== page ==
Re: Berlin to Copenhagen

CTC Forum - Touring & Expedition - 12 October 2014 - 2:40pm
Thanks everyone for all the information and advice re Berlin to Copenhagen - it's really useful for planning. The hotel recommended in Roedvig looks lovely by the way - think I will have earned it by then!

I've added some information below which might help anyone else planning the ride.

I found the following link (after I'd made the initial posting!) which I've added to this resource for completeness.

https://www.crazyguyonabike.com/doc/pag ... 285495&v=j

Transport at beginning/end of the trip is proving fun. Not too bad getting to Berlin with Bromptons on the train. We had been planning to return from Copenhagen to Utrecht on the NightSleeper but Deutscher Bahn have just pulled it (along with some other NightSleeper services as reported elsewhere). Looks like it'll be a long day train ride with several changes rather than the rather elegant solution of a night journey. Will then cycle/train to Europort for ferry back to Hull.

Re: Clipping and running

CTC Forum - On the road - 12 October 2014 - 2:13pm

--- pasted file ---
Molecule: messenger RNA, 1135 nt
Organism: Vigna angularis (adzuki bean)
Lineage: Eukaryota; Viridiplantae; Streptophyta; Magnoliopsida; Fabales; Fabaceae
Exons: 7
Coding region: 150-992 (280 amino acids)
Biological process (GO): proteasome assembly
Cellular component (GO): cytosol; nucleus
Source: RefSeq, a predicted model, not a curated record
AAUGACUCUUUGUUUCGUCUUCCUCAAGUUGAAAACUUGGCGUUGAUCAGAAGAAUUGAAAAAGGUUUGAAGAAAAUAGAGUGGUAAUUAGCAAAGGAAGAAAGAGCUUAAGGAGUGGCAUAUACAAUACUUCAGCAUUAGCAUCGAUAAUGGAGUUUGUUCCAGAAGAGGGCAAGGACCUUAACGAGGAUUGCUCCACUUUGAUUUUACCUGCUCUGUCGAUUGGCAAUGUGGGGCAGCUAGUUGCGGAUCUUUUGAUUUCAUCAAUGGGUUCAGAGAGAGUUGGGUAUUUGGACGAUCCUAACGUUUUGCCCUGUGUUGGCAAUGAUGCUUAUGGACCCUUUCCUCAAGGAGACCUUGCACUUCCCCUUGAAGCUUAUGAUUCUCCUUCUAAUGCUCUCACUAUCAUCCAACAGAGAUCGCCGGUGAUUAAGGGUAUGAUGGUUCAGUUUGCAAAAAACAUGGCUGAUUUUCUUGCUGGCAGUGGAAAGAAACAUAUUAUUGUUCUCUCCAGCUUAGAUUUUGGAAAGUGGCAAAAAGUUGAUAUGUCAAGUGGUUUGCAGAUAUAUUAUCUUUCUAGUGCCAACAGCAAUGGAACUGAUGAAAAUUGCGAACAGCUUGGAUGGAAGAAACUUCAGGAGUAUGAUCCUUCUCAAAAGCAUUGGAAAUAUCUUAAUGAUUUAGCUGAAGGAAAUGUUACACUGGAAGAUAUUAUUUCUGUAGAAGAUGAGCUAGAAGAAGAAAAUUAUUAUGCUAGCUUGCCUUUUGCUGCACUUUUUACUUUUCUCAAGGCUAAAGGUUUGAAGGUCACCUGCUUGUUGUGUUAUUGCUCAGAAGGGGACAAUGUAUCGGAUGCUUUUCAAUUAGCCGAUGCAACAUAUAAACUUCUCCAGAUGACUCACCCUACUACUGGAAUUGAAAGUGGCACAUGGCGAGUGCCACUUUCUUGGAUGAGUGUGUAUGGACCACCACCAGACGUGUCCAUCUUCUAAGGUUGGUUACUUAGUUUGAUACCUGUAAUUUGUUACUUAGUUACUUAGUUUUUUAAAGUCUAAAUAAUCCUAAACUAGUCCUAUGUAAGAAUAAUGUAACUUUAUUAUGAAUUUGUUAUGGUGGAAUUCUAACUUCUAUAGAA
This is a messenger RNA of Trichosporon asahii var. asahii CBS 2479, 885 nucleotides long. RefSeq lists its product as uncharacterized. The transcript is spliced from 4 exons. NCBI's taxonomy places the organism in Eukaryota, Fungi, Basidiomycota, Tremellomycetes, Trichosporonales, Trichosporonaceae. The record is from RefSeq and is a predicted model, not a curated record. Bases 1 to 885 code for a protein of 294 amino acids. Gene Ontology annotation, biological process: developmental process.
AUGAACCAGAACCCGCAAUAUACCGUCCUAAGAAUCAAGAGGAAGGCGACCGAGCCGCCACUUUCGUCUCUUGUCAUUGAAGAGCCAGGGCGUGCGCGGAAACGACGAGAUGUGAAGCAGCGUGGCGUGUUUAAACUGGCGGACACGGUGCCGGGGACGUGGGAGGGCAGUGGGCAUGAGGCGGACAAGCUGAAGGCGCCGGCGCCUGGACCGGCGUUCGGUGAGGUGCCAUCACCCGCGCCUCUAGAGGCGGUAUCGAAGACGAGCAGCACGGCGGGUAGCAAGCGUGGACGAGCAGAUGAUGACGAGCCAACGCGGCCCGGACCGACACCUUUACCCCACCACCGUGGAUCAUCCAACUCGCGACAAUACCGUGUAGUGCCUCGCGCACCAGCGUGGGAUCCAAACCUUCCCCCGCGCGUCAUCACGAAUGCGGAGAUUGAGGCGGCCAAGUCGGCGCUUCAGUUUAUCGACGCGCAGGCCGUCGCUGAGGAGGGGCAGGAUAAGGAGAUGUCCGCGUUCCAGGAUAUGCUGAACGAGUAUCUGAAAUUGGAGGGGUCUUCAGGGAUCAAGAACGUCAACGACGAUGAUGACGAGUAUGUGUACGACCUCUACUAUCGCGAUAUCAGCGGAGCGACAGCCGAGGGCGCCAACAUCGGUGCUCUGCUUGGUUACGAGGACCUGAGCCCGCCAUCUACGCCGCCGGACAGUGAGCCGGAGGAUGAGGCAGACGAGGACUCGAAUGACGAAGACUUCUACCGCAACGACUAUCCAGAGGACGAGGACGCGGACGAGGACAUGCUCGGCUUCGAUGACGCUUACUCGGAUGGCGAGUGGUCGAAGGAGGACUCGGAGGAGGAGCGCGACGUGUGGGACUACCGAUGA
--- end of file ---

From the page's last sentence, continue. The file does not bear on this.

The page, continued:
Tonyf33 wrote:[XAP]Bob wrote:He did start to slow, as you say he stopped pedalling.

The person in front then made a ferociously abrupt move
He didn't 'slow' he stopped pedalling instead of moving and dabbing the brakes to give the guy room. The guy in front clearly indicated AND made an audible warning so the guy behind had plenty of time to slow and/or move to the inside line to give him space. So.. why didn't he do that on seeing that the cyclist in front was intending to move left? At what point was he going to move/slow down to allow the cyclist in front to make his manouvre..ever/never?? Or was he going to force him to hold his line in which case the incident would have happened no matter how fast he went across as going across slowly would still have had the same end result.
Again I'll repeat myself..what IF the cyclist/s in front had to move suddenly to avoid a pothole, then what? The cyclist behind has not acted accordingly IMO, yes the cyclist in front should have shoulder checked but if the cyclist behind won't give you the space how the heck is the guy in front meant to get across??
..ferocious..really?

If you stop pedalling then you slow down. That's fine - that's appropriate, start to make a gap.
I wouldn't expect anyone to hit their brakes to make a gap for me (although I have done so when it's clear that they wouldn't be able to avoid me if I had taken the corner we were all going for).

The guy then swiped across - that was a very sudden and wide move, and not at all expected.

Re: Sick people

CTC Forum - On the road - 12 October 2014 - 1:36pm